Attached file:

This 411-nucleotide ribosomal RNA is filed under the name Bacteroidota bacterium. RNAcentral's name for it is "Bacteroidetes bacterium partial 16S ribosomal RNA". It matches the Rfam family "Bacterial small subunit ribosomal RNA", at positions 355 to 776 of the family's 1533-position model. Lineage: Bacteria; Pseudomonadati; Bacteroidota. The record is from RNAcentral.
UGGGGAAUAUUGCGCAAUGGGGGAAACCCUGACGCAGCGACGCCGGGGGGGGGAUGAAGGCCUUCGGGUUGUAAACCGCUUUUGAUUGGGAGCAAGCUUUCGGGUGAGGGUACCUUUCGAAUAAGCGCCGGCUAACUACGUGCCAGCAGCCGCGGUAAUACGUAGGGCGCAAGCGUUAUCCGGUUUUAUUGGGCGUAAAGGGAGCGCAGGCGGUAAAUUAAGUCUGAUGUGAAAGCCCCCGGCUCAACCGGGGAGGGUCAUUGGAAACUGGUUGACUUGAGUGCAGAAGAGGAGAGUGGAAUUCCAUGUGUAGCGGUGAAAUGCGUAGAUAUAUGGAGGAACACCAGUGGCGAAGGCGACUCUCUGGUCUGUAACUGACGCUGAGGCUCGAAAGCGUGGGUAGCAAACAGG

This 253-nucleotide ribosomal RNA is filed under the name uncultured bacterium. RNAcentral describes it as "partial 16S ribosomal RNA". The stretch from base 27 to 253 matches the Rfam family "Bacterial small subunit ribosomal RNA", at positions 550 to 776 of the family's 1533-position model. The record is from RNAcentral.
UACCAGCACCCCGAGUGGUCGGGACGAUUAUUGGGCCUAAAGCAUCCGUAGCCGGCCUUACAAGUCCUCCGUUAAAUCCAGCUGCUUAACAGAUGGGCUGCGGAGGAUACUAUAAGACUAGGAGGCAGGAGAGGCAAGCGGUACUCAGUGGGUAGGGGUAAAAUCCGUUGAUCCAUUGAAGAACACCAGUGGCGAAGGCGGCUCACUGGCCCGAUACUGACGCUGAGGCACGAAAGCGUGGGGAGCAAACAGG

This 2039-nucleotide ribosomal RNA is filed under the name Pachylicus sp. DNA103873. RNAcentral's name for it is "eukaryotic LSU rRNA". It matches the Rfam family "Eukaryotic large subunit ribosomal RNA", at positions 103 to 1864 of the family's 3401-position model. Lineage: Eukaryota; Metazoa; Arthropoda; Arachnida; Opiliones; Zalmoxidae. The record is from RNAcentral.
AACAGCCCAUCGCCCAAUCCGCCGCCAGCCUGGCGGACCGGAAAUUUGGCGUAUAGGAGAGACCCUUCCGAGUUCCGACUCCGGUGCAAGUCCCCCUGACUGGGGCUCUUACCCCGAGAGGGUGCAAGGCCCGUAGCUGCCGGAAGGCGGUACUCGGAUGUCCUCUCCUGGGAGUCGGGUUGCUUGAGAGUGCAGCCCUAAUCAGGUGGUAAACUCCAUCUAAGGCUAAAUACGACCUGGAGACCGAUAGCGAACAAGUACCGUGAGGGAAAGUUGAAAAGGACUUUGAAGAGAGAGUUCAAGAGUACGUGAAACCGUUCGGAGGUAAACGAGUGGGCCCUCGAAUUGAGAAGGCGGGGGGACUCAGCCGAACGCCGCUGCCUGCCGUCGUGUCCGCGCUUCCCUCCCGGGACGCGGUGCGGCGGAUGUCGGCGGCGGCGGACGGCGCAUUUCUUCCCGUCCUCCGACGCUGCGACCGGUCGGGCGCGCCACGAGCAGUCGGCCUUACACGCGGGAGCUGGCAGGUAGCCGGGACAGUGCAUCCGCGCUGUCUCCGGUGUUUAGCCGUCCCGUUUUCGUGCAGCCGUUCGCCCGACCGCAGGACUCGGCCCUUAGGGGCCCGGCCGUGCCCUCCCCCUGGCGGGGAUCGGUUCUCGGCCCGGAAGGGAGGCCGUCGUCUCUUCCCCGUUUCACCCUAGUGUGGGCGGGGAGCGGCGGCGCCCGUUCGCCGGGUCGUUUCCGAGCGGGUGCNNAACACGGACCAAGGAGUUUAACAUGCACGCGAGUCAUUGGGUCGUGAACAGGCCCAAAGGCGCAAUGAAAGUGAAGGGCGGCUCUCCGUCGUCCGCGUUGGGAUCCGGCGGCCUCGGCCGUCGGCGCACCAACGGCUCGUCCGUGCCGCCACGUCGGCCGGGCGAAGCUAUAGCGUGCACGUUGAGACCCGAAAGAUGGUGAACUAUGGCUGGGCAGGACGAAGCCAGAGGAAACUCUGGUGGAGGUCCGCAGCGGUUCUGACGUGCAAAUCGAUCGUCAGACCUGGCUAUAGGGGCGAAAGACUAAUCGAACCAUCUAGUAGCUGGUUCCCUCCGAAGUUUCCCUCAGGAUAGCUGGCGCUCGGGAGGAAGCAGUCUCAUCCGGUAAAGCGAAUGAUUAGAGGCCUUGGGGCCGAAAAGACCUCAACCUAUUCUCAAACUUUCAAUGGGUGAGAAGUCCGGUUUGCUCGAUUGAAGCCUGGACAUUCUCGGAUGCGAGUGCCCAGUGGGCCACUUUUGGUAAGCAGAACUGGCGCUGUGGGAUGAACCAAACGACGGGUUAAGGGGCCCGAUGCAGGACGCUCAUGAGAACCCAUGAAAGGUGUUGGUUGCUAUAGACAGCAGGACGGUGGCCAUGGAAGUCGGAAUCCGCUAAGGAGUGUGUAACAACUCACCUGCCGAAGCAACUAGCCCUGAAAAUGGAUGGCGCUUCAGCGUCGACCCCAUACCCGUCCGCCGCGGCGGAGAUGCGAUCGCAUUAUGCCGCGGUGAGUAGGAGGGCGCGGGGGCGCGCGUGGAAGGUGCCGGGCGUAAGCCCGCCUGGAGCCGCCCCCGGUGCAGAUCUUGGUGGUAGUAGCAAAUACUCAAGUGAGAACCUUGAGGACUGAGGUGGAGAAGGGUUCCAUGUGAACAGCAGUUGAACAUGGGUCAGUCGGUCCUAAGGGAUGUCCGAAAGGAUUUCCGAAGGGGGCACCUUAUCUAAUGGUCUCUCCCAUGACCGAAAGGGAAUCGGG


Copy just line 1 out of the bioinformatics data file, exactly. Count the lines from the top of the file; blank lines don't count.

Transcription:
This 411-nucleotide ribosomal RNA is filed under the name Bacteroidota bacterium. RNAcentral's name for it is "Bacteroidetes bacterium partial 16S ribosomal RNA". It matches the Rfam family "Bacterial small subunit ribosomal RNA", at positions 355 to 776 of the family's 1533-position model. Lineage: Bacteria; Pseudomonadati; Bacteroidota. The record is from RNAcentral.